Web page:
CRDIV contains many remuneration provisions affecting banking remuneration and its governance, although much of the focus of sector ire has been on the requirement to defer bonuses, pay them (at least partly) in shares, subject them to malus and clawback and, finally, subject them to a cap by reference to a multiple of fixed pay. There is provision for a proportionality regime scaling back some requirements in appropriate cases, though whether this means complete disapplication is a matter of dispute.
Not surprisingly, the Commission reports are very conservative, and no change will in itself result from them. Those that were optimistically hoping that data would emerge showing that the costs of compliance with the pay regime vastly outweigh the benefits or that the underlying problems that the remuneration provisions were meant to address have fallen away will be disappointed – the Commission still thinks that the existing CRDIV tools have relevance.
In some cases the reports say that it is too soon to form firm opinions on the impact of particular rules, for example, because of insufficient data. This is due to the extension of the Material Risk Taker definition and the "correct" use of role-based allowances to boost fixed pay only taking effect in 2015. However, the reports generally support the status quo. Where they do support change, this is still subject to further evidence being gathered. For example, last year the European Banking Authority suggested regularising the exemption under proportionality of smaller firms from the need to apply certain pay-out rules on deferral, use of shares and malus/clawback - though not bonus capping, which the Commission and the European Banking Authority think (in contrast to the PRA and FCA) all affected firms should apply to their key staff - though it thinks this needs a change in legislation. The Commission provisionally agrees, but before any legislative action is taken, requires more evidence be sought here on the detail. It also wants more evidence on whether banks should be able to pay out using the cash equivalent of shares as opposed to shares themselves (which it also provisionally supports). The Commission is also considering, under other built-in review triggers in CRDIV, whether investment firms should be subject to the CRDIV remuneration regime at all.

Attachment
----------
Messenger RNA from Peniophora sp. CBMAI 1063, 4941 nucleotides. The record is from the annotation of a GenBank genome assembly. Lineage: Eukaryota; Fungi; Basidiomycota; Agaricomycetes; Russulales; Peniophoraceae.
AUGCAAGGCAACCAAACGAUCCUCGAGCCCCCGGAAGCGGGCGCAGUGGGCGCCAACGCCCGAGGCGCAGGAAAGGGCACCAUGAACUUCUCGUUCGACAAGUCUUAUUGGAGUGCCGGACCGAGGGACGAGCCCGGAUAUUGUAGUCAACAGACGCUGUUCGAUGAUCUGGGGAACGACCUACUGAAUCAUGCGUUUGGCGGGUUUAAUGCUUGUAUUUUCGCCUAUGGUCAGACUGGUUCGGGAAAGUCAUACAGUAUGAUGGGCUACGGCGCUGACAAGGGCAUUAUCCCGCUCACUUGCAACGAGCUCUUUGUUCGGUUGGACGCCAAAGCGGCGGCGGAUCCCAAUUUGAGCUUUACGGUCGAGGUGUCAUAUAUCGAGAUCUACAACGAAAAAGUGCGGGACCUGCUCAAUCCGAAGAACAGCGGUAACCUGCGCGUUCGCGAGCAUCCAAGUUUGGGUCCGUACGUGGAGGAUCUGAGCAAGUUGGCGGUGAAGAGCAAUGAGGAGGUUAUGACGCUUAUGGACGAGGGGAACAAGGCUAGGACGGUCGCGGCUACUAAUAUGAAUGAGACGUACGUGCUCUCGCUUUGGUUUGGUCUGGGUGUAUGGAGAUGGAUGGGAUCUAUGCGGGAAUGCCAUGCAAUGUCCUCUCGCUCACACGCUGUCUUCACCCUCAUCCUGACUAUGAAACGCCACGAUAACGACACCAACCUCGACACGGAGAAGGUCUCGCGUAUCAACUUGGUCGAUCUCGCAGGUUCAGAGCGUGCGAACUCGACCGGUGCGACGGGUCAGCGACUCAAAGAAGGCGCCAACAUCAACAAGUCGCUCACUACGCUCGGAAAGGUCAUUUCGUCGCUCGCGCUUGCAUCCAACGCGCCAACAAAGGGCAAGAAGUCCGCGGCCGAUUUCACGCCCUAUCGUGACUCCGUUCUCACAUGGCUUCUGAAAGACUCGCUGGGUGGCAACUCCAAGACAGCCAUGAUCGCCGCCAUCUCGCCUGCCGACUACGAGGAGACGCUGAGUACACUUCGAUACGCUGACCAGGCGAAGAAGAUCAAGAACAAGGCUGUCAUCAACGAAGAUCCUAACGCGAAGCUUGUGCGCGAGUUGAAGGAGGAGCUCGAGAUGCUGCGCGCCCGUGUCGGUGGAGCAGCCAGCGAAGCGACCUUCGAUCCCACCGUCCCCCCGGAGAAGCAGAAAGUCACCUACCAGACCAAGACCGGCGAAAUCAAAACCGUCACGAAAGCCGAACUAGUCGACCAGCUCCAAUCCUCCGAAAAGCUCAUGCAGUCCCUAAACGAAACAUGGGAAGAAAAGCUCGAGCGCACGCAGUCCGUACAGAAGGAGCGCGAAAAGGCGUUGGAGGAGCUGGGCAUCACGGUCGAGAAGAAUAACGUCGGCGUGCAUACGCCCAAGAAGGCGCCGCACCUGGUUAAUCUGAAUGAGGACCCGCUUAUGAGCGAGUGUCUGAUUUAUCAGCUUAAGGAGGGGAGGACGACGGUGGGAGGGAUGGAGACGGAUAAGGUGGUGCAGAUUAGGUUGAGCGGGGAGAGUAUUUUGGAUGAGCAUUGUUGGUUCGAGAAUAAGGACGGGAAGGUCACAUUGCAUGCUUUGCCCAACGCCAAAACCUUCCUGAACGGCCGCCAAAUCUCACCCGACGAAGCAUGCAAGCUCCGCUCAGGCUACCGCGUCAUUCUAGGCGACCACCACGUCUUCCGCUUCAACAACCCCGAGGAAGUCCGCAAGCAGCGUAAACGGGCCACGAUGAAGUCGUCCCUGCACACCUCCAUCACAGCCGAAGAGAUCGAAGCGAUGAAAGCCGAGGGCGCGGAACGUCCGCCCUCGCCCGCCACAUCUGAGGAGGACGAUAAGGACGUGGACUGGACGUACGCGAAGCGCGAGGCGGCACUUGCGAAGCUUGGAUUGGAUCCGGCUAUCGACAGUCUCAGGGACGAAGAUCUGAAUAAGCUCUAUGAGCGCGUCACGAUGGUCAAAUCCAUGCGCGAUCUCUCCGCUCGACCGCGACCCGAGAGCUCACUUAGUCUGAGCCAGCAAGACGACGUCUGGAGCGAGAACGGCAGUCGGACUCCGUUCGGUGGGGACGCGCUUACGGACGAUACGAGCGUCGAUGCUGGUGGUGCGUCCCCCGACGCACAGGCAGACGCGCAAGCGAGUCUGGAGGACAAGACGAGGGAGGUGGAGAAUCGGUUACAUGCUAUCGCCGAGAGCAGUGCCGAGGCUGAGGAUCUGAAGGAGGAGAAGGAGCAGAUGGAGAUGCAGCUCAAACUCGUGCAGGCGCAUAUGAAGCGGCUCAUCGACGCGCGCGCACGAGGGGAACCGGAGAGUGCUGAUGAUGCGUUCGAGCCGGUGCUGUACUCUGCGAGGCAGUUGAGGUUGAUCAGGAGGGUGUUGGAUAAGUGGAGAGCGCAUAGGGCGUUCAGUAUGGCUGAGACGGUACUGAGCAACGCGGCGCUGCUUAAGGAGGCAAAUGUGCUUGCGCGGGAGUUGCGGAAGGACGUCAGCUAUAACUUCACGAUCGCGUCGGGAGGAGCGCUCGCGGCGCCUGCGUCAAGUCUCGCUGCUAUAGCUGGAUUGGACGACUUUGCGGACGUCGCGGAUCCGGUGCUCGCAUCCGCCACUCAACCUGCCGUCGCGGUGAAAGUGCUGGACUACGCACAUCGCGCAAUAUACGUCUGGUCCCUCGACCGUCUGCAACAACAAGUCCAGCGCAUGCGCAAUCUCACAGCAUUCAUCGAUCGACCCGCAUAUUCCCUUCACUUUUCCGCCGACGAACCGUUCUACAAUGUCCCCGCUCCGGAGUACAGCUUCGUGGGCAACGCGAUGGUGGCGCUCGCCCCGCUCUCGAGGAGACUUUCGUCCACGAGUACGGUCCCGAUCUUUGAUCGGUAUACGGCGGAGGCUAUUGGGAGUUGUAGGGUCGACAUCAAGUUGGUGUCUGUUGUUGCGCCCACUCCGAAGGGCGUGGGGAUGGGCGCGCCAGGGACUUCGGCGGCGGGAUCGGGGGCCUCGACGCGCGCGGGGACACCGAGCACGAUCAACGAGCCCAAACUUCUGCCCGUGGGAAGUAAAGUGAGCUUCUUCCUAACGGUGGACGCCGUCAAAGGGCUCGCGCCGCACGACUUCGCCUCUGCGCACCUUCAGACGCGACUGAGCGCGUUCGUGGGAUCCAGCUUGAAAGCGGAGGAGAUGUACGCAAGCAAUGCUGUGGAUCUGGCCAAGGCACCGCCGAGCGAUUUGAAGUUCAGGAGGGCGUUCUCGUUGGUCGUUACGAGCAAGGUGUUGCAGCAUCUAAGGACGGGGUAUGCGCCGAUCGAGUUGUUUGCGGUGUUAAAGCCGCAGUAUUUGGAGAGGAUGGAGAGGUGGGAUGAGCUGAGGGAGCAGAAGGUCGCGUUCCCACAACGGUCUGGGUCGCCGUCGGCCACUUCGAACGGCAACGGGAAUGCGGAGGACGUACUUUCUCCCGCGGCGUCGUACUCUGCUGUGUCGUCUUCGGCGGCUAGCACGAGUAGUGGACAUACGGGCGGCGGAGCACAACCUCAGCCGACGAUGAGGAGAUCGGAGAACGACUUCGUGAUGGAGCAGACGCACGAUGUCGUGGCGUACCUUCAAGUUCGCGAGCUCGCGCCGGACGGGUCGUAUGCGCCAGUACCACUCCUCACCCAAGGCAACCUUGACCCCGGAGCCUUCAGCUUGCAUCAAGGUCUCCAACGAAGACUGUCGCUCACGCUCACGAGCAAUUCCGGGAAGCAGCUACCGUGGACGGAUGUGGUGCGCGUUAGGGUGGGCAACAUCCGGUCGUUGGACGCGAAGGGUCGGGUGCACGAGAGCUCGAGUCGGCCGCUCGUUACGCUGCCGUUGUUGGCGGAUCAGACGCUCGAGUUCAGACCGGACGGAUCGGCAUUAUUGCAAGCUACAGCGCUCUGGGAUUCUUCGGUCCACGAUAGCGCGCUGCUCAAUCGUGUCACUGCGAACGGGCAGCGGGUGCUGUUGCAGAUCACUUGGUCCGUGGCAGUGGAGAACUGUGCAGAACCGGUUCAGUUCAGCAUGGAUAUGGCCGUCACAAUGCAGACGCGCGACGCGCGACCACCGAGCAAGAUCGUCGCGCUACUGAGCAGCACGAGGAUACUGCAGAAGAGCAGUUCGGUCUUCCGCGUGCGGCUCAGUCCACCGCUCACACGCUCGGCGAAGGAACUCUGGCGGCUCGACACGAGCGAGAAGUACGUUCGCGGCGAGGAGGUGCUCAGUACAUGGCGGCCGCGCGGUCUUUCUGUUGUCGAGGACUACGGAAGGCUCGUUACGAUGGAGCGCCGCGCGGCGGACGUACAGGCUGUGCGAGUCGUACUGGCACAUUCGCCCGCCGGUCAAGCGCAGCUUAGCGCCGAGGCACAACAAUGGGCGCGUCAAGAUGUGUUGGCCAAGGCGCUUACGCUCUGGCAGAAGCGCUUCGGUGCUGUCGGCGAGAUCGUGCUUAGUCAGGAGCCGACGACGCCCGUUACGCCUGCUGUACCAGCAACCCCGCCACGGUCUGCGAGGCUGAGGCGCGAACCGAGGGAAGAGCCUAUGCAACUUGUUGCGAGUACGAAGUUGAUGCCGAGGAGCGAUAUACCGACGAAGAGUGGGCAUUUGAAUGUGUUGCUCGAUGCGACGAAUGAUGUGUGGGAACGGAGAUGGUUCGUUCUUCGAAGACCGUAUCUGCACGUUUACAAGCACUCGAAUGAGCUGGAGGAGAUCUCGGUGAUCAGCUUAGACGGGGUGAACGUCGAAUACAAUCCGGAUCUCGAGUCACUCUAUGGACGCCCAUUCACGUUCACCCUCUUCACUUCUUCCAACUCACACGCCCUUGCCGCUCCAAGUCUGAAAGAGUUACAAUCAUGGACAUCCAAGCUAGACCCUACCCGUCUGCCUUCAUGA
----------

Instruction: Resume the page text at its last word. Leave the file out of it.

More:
The Commission and European Banking Authority have therefore now both published their direction of travel on exemption from the pay-out rules for smaller firms. Accordingly, even with the Commission calling for more evidence before legislative changes can be made, firms who have been benefiting from exemption from certain key pay-out rules can comfortably plan on continuing to take advantage of the exemption beyond 1 January 2017 (at least until new legislation comes in which may change the scope of the exemptions or set new limits beyond which the full rules must be applied).
The PRA is due to put out papers on the implementation of the new Banking Guidelines (as well as a response on how clawback and malus should be applied to bonus buy-outs by new employers) shortly, and so maybe the PRA will further address there how this can continue in the UK.
Click here for a link to the relevant Commission papers.